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Hamilton-DONATE: a city-wide pilot observational study of the ICU management of deceased organ donors

  • Frederick D’AragonEmail author
  • Deborah Cook
  • Sony Dhanani
  • Christine Ribic
  • Karen E. A. Burns
  • Aemal Akhtar
  • Lori Hand
  • Erika Arseneau
  • Cynthia Cupido
  • Heather Whittigham
  • Andrew Healey
  • Anne Julie Frenette
  • François Lamontagne
  • Maureen O. Meade
  • for the Canadian Critical Care Trials Group and the Canadian National Transplant Research Program
Reports of Original Investigations

Abstract

Purpose

Improving the medical care of deceased organ donors to increase transplant rates and improve allograft function requires an understanding of the current epidemiology and clinical practices of deceased donation within intensive care units (ICUs). Herein, we report the results of our investigation into the feasibility of a multicentre prospective cohort study addressing the afformentioned issues.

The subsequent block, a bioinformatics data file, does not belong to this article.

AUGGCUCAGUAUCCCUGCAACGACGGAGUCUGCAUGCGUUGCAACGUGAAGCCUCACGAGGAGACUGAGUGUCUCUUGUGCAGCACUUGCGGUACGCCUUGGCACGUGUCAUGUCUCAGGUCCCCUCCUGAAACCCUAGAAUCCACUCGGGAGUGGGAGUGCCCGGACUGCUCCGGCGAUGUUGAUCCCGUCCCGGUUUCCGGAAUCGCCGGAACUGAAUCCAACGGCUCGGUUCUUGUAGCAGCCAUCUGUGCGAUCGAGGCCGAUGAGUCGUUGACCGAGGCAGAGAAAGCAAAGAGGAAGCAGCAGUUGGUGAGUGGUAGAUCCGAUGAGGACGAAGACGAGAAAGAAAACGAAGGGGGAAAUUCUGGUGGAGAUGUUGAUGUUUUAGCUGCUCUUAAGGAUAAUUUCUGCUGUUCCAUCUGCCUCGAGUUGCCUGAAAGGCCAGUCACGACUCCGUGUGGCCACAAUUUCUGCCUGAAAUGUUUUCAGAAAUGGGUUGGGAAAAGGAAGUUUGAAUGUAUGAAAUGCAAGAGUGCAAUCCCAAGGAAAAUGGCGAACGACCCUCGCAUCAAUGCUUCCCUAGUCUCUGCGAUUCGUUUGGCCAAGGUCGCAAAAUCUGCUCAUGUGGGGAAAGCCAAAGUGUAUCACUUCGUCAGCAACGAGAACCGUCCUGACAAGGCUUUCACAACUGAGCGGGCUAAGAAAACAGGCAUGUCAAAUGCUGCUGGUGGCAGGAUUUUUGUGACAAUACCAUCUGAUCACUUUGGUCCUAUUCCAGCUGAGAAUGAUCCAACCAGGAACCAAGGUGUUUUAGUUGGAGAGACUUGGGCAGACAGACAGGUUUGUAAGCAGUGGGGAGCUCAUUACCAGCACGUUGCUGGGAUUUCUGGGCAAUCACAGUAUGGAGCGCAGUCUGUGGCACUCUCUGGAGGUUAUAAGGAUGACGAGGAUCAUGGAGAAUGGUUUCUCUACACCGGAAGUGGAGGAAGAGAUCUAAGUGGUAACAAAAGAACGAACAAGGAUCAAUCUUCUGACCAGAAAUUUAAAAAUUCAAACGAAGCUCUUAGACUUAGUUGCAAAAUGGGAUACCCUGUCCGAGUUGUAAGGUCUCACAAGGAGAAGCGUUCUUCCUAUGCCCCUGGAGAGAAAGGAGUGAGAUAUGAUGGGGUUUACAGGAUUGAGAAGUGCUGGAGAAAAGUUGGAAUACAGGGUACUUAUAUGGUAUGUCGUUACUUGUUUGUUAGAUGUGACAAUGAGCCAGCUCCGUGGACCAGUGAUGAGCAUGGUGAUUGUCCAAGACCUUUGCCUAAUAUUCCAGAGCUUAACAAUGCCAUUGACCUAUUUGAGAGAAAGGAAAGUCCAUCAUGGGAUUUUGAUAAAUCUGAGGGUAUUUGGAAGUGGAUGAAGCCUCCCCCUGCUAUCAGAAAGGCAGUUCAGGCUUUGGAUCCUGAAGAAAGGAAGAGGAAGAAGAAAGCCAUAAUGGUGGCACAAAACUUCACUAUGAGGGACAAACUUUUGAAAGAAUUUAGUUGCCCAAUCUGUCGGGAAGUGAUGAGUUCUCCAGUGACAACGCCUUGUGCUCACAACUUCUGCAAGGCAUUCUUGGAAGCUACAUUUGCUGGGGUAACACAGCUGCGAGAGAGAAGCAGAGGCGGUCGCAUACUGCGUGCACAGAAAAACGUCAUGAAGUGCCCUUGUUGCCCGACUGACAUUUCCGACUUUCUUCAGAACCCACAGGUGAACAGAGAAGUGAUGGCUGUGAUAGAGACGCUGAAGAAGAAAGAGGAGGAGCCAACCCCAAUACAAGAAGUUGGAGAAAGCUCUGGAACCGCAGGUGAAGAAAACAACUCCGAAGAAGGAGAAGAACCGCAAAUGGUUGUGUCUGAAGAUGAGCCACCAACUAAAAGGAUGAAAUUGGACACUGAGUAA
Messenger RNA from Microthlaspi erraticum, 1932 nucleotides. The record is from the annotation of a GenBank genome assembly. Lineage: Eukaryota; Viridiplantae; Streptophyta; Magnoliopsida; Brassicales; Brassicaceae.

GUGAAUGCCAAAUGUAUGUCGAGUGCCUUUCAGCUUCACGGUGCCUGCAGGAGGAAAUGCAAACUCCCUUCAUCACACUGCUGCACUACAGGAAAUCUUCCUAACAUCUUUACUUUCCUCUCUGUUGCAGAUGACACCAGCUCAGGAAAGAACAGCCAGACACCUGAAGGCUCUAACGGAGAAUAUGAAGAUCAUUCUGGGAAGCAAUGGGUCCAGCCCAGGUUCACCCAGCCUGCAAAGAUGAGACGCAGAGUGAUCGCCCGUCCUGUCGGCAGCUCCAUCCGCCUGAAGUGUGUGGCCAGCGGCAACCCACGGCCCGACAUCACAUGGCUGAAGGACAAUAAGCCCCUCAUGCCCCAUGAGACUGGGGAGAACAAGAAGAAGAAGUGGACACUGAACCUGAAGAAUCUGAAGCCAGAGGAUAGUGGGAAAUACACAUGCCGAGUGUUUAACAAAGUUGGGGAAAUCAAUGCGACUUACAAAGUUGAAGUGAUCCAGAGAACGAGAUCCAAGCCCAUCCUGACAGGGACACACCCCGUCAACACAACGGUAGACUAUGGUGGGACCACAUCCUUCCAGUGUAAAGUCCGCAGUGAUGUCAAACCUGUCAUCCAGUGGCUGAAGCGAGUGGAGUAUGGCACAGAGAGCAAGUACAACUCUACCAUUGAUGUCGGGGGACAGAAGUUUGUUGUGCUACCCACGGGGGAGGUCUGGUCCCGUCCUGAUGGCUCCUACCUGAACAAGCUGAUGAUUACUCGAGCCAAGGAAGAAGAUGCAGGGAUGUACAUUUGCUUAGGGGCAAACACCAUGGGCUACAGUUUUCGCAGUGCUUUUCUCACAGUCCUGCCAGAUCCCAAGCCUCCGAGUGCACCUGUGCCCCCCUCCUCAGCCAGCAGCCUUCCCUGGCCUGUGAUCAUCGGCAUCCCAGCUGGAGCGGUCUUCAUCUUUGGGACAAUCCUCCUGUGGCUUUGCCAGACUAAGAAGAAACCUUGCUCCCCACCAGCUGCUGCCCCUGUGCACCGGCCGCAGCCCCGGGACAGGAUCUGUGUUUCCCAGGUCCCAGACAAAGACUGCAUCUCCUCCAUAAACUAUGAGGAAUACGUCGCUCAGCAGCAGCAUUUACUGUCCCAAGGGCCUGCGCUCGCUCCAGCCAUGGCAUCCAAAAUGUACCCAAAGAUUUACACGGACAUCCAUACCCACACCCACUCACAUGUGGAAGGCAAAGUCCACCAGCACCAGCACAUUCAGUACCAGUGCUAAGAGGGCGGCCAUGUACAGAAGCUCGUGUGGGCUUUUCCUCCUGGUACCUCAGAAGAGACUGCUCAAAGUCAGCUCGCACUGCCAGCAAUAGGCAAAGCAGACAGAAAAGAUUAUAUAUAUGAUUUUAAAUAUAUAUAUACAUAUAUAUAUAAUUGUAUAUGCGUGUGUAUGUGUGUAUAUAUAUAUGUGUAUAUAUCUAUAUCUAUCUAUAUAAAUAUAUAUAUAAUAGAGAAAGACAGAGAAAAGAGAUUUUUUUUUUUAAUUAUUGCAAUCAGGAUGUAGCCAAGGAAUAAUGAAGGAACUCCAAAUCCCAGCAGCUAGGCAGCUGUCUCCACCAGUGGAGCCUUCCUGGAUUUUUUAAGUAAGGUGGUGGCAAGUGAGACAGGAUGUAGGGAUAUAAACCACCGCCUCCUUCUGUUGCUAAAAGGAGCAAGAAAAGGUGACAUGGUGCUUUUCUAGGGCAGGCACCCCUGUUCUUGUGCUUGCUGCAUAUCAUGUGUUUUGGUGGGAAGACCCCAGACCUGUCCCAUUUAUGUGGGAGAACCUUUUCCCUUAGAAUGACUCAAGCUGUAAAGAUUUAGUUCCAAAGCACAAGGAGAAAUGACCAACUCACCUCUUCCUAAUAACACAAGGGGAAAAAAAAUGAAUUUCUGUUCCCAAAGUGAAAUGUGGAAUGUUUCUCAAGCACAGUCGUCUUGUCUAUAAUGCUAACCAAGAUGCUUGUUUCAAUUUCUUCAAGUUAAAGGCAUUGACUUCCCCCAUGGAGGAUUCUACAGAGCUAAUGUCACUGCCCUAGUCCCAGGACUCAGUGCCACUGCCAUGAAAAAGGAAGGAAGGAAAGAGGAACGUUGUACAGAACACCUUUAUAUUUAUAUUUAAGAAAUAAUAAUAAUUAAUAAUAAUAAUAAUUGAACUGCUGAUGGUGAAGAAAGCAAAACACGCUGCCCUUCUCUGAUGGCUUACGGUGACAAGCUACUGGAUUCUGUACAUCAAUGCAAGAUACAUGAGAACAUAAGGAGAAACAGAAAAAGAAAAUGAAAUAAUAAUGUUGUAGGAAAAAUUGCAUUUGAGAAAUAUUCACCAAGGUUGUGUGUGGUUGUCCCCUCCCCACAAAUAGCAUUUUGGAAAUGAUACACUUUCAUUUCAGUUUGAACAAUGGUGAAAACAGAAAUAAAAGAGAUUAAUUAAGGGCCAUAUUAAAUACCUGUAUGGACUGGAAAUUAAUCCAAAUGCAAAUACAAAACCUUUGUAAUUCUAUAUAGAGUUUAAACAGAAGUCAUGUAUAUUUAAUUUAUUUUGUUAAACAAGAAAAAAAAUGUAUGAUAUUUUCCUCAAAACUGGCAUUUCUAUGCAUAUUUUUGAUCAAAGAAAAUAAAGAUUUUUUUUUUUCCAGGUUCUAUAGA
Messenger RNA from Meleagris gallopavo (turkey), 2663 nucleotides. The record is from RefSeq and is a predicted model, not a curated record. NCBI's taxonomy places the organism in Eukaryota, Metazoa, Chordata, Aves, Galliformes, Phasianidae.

Methods

We conducted a 12-month prospective observational cohort study in six ICUs and one coronary care unit in Hamilton, Canada. We included consecutive children and adults following consent for deceased organ donation (including neurologic determination of death [NDD] or donation after circulatory death [DCD]). Intensive care unit research staff recorded donor management data from hospital records, extending from one day prior to the consent for organ donation up to the time of organ retrieval. The provincial Organ Donation Organization (ODO) supplemented these data and, additionally, provided data on corresponding organ recipients. We identified, evaluated, and measured three potential obstacles to the feasibility of a national cohort study: obtaining authorization to implement the study with a waiver of research consent, accessibility of transplant recipient data, and the time required to complete very detailed case report forms (CRFs), with valuable lessons learned for implementation in future projects.

Results